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Trump bid to reinstate travel ban fails following late night appeals court ruling

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posted on Feb, 6 2017 @ 08:50 AM
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originally posted by: DJW001
a reply to: loam

This is not the first time a state has challenged the federal government in court. Calm down.



Just to Clarify...The Federal Government includes the Judiciary, which Trump is attacking in it's entirety..

This isn't State vs. Federal Government...It is unconstitional..It is State, plus US Citizens and Corporations suing Donald acting as President of the USA.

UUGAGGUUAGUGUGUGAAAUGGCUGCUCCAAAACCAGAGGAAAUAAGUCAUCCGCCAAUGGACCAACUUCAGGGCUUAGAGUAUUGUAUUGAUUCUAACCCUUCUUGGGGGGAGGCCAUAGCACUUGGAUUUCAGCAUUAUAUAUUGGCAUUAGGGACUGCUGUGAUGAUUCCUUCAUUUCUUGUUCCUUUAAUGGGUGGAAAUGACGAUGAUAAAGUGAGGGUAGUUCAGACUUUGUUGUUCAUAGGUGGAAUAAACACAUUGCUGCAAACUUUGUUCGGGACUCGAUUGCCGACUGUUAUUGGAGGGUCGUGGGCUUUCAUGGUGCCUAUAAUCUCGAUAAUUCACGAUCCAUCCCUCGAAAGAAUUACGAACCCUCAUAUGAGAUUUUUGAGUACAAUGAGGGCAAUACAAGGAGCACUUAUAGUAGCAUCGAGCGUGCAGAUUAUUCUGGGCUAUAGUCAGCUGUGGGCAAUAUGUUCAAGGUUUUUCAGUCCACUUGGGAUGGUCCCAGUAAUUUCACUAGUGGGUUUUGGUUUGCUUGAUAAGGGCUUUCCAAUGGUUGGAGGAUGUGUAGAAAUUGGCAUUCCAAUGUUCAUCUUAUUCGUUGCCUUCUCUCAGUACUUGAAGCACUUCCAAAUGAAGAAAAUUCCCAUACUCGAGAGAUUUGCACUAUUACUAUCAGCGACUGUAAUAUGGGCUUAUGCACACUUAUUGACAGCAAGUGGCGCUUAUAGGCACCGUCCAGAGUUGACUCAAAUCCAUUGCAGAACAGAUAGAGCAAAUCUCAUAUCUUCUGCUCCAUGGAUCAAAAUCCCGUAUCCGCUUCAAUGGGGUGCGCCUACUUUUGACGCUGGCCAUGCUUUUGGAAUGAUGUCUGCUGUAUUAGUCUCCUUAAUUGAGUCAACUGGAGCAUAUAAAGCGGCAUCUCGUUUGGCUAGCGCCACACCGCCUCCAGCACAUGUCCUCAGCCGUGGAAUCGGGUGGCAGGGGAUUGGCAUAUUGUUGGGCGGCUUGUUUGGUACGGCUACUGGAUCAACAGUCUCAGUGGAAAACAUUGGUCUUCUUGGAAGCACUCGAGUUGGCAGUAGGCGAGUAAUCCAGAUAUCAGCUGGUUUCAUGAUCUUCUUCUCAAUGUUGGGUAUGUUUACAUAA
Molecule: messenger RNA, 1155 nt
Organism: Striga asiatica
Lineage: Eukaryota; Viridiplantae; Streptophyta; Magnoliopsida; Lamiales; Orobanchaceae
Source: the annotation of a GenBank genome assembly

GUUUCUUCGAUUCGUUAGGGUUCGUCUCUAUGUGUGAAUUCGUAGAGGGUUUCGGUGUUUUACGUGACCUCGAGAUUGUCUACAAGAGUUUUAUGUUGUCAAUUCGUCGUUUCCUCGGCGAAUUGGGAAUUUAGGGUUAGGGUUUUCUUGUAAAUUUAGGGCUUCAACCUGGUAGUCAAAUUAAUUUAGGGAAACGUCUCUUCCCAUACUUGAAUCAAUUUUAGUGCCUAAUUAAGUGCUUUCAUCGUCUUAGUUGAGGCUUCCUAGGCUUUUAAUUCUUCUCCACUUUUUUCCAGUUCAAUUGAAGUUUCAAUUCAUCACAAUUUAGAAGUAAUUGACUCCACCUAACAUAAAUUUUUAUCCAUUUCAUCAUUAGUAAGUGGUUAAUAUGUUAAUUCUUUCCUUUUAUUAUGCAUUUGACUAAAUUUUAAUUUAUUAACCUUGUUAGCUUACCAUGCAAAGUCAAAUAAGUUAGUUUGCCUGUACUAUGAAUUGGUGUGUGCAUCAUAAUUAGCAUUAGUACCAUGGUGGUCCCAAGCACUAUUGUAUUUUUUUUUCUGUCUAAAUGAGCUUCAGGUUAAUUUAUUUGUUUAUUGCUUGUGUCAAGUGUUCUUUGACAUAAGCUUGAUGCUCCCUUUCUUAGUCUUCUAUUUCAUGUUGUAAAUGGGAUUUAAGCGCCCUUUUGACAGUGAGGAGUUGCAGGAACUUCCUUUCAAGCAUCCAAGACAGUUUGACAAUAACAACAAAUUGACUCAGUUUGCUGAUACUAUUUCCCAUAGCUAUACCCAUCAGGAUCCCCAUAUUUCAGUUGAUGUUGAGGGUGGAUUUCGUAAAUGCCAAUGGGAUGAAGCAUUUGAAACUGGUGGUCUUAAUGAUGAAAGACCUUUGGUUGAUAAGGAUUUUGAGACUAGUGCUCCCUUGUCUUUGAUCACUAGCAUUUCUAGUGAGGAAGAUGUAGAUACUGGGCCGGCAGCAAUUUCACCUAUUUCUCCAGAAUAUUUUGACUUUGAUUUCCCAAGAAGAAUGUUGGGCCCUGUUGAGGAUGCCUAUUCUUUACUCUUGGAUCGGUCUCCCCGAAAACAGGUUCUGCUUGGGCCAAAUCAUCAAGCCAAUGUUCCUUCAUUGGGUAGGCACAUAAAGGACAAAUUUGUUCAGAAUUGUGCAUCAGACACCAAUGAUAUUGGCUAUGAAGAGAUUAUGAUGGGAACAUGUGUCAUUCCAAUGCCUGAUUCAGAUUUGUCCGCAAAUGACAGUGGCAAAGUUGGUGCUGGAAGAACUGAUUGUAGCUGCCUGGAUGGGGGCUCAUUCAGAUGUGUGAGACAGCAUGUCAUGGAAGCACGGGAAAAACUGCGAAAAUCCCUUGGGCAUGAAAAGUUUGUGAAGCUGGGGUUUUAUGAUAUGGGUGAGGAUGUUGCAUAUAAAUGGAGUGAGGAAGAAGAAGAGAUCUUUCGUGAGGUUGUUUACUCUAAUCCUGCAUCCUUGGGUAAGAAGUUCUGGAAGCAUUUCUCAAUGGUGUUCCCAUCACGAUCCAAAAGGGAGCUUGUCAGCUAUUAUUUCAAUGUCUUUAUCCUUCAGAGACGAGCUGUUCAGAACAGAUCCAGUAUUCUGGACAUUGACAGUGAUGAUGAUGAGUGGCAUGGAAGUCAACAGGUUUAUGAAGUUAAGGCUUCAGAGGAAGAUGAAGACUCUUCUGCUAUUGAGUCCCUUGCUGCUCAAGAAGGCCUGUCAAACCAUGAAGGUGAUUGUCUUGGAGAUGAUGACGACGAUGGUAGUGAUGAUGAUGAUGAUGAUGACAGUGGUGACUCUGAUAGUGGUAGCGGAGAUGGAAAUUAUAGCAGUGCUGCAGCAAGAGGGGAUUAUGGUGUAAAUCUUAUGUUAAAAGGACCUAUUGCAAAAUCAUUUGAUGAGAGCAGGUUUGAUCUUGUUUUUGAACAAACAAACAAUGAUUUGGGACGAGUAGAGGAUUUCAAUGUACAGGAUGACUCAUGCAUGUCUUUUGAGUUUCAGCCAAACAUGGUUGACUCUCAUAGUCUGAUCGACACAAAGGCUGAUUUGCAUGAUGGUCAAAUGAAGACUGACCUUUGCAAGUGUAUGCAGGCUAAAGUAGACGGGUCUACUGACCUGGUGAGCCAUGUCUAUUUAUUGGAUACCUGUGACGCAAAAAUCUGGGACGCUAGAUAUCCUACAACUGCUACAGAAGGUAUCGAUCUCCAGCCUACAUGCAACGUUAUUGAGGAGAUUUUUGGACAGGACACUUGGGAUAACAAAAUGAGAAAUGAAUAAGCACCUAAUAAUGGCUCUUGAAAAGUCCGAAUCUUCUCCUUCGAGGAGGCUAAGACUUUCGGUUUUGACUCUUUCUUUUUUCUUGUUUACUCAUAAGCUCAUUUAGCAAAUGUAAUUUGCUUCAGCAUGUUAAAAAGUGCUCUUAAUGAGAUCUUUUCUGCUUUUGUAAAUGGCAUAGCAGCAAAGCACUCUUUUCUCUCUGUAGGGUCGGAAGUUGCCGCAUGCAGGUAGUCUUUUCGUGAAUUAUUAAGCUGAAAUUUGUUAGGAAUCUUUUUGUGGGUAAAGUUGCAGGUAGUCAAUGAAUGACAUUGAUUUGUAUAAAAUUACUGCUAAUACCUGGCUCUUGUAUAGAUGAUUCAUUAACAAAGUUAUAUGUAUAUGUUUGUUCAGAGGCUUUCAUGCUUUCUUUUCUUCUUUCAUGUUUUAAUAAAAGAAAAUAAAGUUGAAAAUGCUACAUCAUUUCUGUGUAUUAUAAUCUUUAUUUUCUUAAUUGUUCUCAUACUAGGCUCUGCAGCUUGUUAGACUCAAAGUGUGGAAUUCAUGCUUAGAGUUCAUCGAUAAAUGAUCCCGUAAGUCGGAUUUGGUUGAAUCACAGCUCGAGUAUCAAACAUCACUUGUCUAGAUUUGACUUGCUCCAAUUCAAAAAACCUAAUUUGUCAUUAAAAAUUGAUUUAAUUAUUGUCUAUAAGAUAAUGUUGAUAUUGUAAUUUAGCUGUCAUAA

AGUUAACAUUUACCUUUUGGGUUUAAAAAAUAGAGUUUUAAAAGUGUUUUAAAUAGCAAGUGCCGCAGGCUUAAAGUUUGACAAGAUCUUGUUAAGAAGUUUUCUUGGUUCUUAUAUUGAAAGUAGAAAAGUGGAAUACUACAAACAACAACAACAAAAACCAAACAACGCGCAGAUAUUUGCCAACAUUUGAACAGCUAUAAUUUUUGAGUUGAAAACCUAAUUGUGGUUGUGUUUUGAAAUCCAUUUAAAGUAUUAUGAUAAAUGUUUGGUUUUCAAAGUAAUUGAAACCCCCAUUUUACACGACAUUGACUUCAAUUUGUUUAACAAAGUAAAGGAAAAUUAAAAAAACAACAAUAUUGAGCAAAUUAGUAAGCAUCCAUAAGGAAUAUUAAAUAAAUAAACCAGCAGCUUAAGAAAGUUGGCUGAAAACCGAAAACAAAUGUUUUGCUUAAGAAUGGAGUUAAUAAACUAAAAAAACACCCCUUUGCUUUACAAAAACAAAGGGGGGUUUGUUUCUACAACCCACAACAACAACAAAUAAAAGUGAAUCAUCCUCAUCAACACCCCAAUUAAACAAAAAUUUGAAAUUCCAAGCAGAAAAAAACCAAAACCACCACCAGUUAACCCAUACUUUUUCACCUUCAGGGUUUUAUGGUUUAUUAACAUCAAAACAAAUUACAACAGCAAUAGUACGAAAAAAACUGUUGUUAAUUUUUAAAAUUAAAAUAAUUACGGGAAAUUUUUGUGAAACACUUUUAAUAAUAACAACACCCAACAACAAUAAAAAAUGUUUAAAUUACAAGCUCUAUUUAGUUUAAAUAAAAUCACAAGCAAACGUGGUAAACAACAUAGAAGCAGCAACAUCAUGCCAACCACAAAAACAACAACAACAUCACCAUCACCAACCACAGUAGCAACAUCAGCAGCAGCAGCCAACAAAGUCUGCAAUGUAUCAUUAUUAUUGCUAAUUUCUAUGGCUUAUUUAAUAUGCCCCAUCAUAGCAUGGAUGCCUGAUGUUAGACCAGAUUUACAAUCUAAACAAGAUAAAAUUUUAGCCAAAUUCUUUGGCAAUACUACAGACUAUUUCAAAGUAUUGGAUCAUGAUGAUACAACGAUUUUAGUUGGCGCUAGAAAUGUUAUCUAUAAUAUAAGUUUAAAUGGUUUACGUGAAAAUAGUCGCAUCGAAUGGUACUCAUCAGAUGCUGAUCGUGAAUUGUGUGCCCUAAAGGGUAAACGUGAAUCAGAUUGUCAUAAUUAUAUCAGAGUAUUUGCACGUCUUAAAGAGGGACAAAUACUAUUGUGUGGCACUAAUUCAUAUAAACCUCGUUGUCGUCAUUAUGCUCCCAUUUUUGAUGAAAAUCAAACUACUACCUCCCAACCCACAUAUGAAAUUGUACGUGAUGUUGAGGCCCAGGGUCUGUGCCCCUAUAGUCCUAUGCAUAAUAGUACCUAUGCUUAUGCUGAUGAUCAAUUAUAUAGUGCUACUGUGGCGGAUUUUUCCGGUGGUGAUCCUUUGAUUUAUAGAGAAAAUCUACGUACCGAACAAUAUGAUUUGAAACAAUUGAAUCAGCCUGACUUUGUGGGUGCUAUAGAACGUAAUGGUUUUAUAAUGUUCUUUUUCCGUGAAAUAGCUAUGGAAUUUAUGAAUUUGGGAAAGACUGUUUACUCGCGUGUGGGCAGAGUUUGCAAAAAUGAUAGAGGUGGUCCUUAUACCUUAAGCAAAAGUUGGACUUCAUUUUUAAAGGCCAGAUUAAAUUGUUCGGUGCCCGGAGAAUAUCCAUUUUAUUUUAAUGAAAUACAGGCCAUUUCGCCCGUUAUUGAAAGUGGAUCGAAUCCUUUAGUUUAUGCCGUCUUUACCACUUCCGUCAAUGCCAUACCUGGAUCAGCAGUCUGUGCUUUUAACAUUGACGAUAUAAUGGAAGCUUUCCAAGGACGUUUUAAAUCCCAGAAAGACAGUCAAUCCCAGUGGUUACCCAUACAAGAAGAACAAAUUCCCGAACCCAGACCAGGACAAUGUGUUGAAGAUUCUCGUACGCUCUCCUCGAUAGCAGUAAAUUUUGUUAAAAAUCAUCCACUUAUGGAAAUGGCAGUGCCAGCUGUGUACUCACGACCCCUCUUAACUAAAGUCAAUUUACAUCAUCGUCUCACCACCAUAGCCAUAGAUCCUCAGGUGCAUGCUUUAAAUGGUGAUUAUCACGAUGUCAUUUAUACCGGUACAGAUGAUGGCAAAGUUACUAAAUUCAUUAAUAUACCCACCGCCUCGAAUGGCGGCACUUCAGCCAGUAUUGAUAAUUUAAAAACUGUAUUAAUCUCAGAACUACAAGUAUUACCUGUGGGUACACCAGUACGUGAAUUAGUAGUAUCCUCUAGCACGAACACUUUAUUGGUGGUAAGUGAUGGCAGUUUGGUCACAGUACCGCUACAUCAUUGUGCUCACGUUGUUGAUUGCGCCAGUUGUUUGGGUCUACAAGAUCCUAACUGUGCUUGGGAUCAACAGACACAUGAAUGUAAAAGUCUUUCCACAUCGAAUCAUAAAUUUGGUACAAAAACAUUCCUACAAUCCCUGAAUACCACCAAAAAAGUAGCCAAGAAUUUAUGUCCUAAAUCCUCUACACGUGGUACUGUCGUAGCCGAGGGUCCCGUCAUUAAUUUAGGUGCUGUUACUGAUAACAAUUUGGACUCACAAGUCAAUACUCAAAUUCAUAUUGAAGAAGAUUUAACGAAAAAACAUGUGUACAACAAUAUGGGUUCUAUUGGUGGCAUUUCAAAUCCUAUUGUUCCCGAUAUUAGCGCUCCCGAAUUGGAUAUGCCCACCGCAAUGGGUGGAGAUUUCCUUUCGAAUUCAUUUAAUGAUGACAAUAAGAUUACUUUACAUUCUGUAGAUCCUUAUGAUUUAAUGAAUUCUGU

The actual suit (the one filed by the States) is vs. Donald J. Trump et al.




posted on Feb, 6 2017 @ 08:53 AM
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a reply to: loam


Ironically, history may well write that it was the left that killed federalism in favor of states rights.

Up is the new down...

That would be ironic. Things are crazy here in the United States. You'll get no argument from me

I think we can all agree that we're in near crisis. Or - we're actually there. Maybe you'll find it convenient to blame the left for not just going along with whatever happens now?

Is Trump's EO constitutional? Not everyone agrees. Let's let SCOTUS do what it is they do. There's no reason this Muslim ban has to happen immediately. Or - is there? :-)

(oops - I called it a Muslim ban)